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SERM. The consciousness of sin, and the dread XIV.

of the effects of it are so extremely burdensome, that the wicked are in general very desirous to persuade themselves that they are less guilty than they really are ; and as their conscience will not permit them to imagine that they are absolutely innocent, they are very eager to flatter themselves, that they are comparatively so; hence for the most part arises the desire to discover and to aggravate the faults of other men; and as there can be no clearer proof of a man's being enor, mously wicked, than his being declared so by heaven, there is a certain eagerness to interpret the calamities of our brethren into judgments, and thence to flatter ourselves, because we have escaped the like, that we are therefore comparatively virtuous. But this our Saviour tells us is a very false conclusion, and a far different consequence from that which we ought to



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draw on such occasions: “Suppose ye that SERM. “ these Galileans were sinners above all ni “ the Galileans, because they suffered such “ things ? I tell you, Nay; but, except ye “ repent, ye shall all likewise perish.” Ye are not to imagine that greater temporal sufferings peculiarly belong to greater sins ; ye are not to consider them at all in this light; but ye are to take warning by them, and hasten to forsake your own iniquities, lest the same or worse evils overtake you.

It is very absurd and unreasonable to fatter ourselves with the belief, that because we have escaped those afflictions, which we have seen fall on others, we are therefore innocent, and free from danger: for, supposing it true that these sufferers were certainly greater sinners than we are, we cannot argue from this that we are no sinners at all; it ought rather to put us on examining ourselves, on repenting of our iniquities, and reforming our lives, P3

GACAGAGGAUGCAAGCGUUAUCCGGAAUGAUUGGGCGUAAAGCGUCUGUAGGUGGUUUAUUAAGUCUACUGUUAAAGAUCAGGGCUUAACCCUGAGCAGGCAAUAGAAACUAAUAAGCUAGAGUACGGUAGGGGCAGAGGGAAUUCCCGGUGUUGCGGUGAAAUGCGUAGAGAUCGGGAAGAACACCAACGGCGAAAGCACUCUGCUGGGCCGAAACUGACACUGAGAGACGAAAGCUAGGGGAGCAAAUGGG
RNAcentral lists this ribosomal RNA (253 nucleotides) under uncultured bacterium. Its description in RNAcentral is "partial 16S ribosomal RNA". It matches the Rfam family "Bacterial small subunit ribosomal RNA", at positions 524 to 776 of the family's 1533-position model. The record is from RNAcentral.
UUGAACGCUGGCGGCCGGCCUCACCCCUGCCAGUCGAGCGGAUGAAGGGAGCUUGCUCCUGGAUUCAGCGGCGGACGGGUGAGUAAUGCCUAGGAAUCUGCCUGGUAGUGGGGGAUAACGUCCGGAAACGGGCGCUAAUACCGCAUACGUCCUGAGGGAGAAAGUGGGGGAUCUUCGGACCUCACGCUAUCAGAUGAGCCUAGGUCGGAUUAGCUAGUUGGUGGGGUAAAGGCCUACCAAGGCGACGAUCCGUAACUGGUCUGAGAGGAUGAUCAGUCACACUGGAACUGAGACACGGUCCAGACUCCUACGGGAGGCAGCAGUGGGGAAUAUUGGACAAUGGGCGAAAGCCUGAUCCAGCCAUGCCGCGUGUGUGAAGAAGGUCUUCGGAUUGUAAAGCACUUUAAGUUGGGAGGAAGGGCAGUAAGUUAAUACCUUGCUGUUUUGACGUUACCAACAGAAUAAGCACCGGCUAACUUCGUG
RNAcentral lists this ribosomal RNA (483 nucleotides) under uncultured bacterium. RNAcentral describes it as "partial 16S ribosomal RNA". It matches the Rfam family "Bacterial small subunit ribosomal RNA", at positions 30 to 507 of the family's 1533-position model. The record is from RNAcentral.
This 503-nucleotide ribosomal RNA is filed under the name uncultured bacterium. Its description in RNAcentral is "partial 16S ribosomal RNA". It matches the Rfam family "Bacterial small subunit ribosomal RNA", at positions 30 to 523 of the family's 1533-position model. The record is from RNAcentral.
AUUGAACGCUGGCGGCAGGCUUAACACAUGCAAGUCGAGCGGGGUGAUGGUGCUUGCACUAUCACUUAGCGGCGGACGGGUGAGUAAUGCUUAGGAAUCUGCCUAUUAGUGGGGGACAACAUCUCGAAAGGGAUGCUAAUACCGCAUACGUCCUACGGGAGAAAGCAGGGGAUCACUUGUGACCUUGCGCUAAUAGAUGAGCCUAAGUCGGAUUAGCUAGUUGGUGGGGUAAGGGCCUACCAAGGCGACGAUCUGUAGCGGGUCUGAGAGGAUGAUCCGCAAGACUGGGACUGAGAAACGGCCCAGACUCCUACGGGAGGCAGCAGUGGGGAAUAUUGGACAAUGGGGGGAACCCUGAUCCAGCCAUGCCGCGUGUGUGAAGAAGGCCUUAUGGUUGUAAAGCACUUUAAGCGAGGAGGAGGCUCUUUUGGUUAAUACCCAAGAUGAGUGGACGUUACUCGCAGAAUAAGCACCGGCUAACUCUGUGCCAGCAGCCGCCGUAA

SER M. lest we also be involved in similar judg

ments. But the argument is greatly strengthened, when we reflect on what is probably true, that those who have suffered were not more guilty than ourselves; nay, · perhaps, that they were holy and virtuous

persons. This latter supposition, which we know to be just in many instances, is a most awakening warning to us, to fly from our sins, for if this has been done to the green tree, what shall be done to the dry! If this has been the lot of those, whom God loves, what shall be the portion of those, whom he hates !--if judgment begin at the house of God, where shall the ungodly and sinner appear!

No rational person, I should think, can hear of the terrible torments, which the first martyrs to our religion underwent holy and good men — who spent their whole lives in serving God, and endured death in its most terrible shapes rather


than forsake him,- no reasonable person SERM.

XIV.. can think of this, and not apprehend, that if men of this character, such peculiar fayourites of heaven, suffered so much, how, far greater sufferings must be in store for. the impenitently wicked! Many grievous sinners have enjoyed great and uninterrupted prosperity in this world, and many righteous persons have passed their whole lives in tribulation and distress; but in the world to come the scene will be directly reversed; those who have received their evil things, and have carried themselves patiently and piously, shall be comforted; those who have received their good things, and who have been ungrateful and irreligious, shall be tormented.

From what has been said then, I should hope that the propriety and wisdom of this mode of conduct is clear and evident; that when we see our brethren in tribulation, it is not for us to aggravate their disP4


SERM. tress by imputing it to their iniquities; it XIV.

does not at all concern us to pry curiously into the matter; but, instead of doing this, we are to think of ourselves, to take warning, to relinquish our evil ways, and amend our lives, since we have the word of our Saviour, that, “ unless we repent, we “ shall all likewise perish."


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